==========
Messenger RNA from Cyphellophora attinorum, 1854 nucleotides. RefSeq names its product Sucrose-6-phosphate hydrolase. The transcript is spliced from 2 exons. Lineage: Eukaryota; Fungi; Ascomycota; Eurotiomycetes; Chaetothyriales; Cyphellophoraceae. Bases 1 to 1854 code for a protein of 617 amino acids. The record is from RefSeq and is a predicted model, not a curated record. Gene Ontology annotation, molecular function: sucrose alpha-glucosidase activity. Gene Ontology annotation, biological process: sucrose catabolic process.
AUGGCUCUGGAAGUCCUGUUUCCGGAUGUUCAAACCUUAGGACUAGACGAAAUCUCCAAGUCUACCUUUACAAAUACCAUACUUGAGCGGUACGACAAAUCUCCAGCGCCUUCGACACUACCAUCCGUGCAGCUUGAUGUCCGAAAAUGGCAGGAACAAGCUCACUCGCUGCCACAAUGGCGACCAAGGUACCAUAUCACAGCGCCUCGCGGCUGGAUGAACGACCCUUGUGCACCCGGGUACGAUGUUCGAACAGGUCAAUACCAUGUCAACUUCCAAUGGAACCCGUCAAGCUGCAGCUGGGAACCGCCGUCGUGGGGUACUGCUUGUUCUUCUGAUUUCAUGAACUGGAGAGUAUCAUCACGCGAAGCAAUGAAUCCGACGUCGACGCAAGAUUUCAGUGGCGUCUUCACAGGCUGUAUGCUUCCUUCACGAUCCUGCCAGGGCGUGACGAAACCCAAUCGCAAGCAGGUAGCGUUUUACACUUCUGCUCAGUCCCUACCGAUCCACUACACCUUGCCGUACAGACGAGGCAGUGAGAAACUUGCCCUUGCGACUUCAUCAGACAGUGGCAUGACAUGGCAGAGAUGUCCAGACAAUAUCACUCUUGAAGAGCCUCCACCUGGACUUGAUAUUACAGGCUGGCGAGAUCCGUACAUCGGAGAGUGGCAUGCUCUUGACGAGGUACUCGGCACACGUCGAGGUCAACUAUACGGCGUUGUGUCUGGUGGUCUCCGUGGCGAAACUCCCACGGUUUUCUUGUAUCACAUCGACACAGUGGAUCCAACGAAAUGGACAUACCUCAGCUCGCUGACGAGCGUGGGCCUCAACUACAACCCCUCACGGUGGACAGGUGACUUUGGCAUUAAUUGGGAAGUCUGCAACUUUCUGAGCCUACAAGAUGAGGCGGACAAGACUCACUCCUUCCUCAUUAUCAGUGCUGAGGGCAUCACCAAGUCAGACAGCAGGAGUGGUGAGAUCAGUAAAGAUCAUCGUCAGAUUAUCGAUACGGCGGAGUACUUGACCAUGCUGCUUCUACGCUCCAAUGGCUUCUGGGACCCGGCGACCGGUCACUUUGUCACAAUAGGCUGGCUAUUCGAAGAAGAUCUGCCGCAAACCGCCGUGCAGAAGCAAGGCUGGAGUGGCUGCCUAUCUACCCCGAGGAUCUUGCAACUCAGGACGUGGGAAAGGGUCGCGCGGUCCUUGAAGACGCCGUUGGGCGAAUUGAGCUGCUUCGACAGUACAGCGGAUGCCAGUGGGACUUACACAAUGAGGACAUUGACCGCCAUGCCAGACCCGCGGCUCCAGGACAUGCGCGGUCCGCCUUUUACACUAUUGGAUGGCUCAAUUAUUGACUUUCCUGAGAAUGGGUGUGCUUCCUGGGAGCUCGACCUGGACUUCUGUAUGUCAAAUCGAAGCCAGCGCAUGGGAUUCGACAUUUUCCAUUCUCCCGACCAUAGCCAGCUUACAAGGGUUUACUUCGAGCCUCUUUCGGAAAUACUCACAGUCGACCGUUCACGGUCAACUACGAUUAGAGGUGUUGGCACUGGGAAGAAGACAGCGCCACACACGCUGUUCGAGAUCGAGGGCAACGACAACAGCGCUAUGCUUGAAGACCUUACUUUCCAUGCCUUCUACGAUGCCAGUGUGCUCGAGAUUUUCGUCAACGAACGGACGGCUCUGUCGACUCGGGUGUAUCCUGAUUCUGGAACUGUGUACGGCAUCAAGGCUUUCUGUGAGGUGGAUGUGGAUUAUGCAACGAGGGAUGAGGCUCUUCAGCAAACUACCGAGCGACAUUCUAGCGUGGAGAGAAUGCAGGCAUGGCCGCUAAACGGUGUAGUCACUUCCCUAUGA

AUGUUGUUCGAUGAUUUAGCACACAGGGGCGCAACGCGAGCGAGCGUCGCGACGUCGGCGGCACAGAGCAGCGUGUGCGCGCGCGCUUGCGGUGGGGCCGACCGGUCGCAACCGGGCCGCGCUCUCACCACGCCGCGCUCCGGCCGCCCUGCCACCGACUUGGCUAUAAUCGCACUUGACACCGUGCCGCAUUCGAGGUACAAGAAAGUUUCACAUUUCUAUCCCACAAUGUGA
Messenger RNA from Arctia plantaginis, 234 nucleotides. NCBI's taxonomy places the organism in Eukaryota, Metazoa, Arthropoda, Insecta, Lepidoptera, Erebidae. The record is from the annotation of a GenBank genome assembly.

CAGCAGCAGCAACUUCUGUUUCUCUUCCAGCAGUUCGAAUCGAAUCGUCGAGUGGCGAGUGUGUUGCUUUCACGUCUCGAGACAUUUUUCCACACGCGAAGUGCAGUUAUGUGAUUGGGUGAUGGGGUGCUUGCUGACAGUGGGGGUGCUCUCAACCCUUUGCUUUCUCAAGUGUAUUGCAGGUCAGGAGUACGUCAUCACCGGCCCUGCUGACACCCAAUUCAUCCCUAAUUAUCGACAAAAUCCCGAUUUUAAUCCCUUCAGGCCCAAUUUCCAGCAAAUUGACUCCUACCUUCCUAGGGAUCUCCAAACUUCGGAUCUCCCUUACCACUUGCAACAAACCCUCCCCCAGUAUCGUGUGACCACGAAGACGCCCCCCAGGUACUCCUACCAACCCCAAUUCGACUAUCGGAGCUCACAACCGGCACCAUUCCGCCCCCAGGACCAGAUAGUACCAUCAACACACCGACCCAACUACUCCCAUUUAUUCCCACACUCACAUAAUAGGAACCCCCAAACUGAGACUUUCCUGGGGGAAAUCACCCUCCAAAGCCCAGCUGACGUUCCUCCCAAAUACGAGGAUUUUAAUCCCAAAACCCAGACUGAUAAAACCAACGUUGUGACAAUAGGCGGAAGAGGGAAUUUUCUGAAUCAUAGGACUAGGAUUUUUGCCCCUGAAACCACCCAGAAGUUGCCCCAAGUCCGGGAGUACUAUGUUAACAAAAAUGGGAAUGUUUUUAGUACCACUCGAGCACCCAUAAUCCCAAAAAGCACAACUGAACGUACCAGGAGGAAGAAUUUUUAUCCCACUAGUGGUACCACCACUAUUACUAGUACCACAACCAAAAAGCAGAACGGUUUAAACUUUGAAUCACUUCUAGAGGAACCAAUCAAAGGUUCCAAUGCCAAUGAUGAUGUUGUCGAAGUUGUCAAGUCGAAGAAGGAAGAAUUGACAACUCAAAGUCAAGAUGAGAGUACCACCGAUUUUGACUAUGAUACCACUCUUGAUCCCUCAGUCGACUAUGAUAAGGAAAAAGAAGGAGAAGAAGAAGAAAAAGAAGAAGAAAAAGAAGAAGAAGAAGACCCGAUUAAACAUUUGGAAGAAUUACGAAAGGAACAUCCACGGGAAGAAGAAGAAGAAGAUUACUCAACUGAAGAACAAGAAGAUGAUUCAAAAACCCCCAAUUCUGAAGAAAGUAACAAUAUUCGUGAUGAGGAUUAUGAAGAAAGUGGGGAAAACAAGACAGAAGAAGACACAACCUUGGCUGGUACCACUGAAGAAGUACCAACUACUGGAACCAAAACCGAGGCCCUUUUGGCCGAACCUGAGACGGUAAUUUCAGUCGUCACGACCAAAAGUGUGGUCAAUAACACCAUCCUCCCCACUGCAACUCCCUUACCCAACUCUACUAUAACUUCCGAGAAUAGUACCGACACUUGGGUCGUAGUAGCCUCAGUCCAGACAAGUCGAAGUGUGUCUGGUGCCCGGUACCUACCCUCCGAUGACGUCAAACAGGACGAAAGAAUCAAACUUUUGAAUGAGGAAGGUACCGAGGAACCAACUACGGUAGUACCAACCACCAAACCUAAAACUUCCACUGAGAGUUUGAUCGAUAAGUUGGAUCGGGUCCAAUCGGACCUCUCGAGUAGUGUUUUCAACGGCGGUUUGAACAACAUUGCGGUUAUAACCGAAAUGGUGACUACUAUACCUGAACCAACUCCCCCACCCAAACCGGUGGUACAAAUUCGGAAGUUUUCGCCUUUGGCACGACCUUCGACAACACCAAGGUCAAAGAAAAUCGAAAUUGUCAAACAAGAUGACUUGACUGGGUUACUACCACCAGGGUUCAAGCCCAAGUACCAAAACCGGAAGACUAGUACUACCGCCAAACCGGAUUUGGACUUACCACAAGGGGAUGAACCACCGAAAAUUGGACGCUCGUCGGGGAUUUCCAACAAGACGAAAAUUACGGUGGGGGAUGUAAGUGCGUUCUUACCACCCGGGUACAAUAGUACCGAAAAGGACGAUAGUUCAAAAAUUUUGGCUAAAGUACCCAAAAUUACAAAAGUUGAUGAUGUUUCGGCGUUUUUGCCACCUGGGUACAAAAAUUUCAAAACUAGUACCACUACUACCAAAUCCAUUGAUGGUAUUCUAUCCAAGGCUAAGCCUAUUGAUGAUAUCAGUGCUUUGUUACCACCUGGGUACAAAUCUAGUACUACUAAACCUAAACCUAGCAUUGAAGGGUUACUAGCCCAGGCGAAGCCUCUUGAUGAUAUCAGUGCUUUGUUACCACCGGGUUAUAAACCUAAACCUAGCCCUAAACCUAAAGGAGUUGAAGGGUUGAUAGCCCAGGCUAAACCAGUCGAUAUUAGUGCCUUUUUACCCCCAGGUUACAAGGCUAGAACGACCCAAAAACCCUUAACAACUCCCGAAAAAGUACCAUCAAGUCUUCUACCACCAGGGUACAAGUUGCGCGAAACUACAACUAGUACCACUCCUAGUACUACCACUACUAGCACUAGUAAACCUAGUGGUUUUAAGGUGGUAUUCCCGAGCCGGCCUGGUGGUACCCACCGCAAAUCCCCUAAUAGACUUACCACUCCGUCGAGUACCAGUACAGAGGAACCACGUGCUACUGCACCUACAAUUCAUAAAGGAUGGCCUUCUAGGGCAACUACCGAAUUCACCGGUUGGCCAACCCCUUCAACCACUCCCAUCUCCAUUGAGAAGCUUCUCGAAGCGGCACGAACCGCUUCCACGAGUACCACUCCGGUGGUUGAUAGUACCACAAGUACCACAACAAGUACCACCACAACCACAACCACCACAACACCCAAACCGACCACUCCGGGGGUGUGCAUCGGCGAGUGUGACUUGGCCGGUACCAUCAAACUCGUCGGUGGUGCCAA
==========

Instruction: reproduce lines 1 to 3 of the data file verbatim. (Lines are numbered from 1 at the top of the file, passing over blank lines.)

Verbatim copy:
Messenger RNA from Cyphellophora attinorum, 1854 nucleotides. RefSeq names its product Sucrose-6-phosphate hydrolase. The transcript is spliced from 2 exons. Lineage: Eukaryota; Fungi; Ascomycota; Eurotiomycetes; Chaetothyriales; Cyphellophoraceae. Bases 1 to 1854 code for a protein of 617 amino acids. The record is from RefSeq and is a predicted model, not a curated record. Gene Ontology annotation, molecular function: sucrose alpha-glucosidase activity. Gene Ontology annotation, biological process: sucrose catabolic process.
AUGGCUCUGGAAGUCCUGUUUCCGGAUGUUCAAACCUUAGGACUAGACGAAAUCUCCAAGUCUACCUUUACAAAUACCAUACUUGAGCGGUACGACAAAUCUCCAGCGCCUUCGACACUACCAUCCGUGCAGCUUGAUGUCCGAAAAUGGCAGGAACAAGCUCACUCGCUGCCACAAUGGCGACCAAGGUACCAUAUCACAGCGCCUCGCGGCUGGAUGAACGACCCUUGUGCACCCGGGUACGAUGUUCGAACAGGUCAAUACCAUGUCAACUUCCAAUGGAACCCGUCAAGCUGCAGCUGGGAACCGCCGUCGUGGGGUACUGCUUGUUCUUCUGAUUUCAUGAACUGGAGAGUAUCAUCACGCGAAGCAAUGAAUCCGACGUCGACGCAAGAUUUCAGUGGCGUCUUCACAGGCUGUAUGCUUCCUUCACGAUCCUGCCAGGGCGUGACGAAACCCAAUCGCAAGCAGGUAGCGUUUUACACUUCUGCUCAGUCCCUACCGAUCCACUACACCUUGCCGUACAGACGAGGCAGUGAGAAACUUGCCCUUGCGACUUCAUCAGACAGUGGCAUGACAUGGCAGAGAUGUCCAGACAAUAUCACUCUUGAAGAGCCUCCACCUGGACUUGAUAUUACAGGCUGGCGAGAUCCGUACAUCGGAGAGUGGCAUGCUCUUGACGAGGUACUCGGCACACGUCGAGGUCAACUAUACGGCGUUGUGUCUGGUGGUCUCCGUGGCGAAACUCCCACGGUUUUCUUGUAUCACAUCGACACAGUGGAUCCAACGAAAUGGACAUACCUCAGCUCGCUGACGAGCGUGGGCCUCAACUACAACCCCUCACGGUGGACAGGUGACUUUGGCAUUAAUUGGGAAGUCUGCAACUUUCUGAGCCUACAAGAUGAGGCGGACAAGACUCACUCCUUCCUCAUUAUCAGUGCUGAGGGCAUCACCAAGUCAGACAGCAGGAGUGGUGAGAUCAGUAAAGAUCAUCGUCAGAUUAUCGAUACGGCGGAGUACUUGACCAUGCUGCUUCUACGCUCCAAUGGCUUCUGGGACCCGGCGACCGGUCACUUUGUCACAAUAGGCUGGCUAUUCGAAGAAGAUCUGCCGCAAACCGCCGUGCAGAAGCAAGGCUGGAGUGGCUGCCUAUCUACCCCGAGGAUCUUGCAACUCAGGACGUGGGAAAGGGUCGCGCGGUCCUUGAAGACGCCGUUGGGCGAAUUGAGCUGCUUCGACAGUACAGCGGAUGCCAGUGGGACUUACACAAUGAGGACAUUGACCGCCAUGCCAGACCCGCGGCUCCAGGACAUGCGCGGUCCGCCUUUUACACUAUUGGAUGGCUCAAUUAUUGACUUUCCUGAGAAUGGGUGUGCUUCCUGGGAGCUCGACCUGGACUUCUGUAUGUCAAAUCGAAGCCAGCGCAUGGGAUUCGACAUUUUCCAUUCUCCCGACCAUAGCCAGCUUACAAGGGUUUACUUCGAGCCUCUUUCGGAAAUACUCACAGUCGACCGUUCACGGUCAACUACGAUUAGAGGUGUUGGCACUGGGAAGAAGACAGCGCCACACACGCUGUUCGAGAUCGAGGGCAACGACAACAGCGCUAUGCUUGAAGACCUUACUUUCCAUGCCUUCUACGAUGCCAGUGUGCUCGAGAUUUUCGUCAACGAACGGACGGCUCUGUCGACUCGGGUGUAUCCUGAUUCUGGAACUGUGUACGGCAUCAAGGCUUUCUGUGAGGUGGAUGUGGAUUAUGCAACGAGGGAUGAGGCUCUUCAGCAAACUACCGAGCGACAUUCUAGCGUGGAGAGAAUGCAGGCAUGGCCGCUAAACGGUGUAGUCACUUCCCUAUGA

AUGUUGUUCGAUGAUUUAGCACACAGGGGCGCAACGCGAGCGAGCGUCGCGACGUCGGCGGCACAGAGCAGCGUGUGCGCGCGCGCUUGCGGUGGGGCCGACCGGUCGCAACCGGGCCGCGCUCUCACCACGCCGCGCUCCGGCCGCCCUGCCACCGACUUGGCUAUAAUCGCACUUGACACCGUGCCGCAUUCGAGGUACAAGAAAGUUUCACAUUUCUAUCCCACAAUGUGA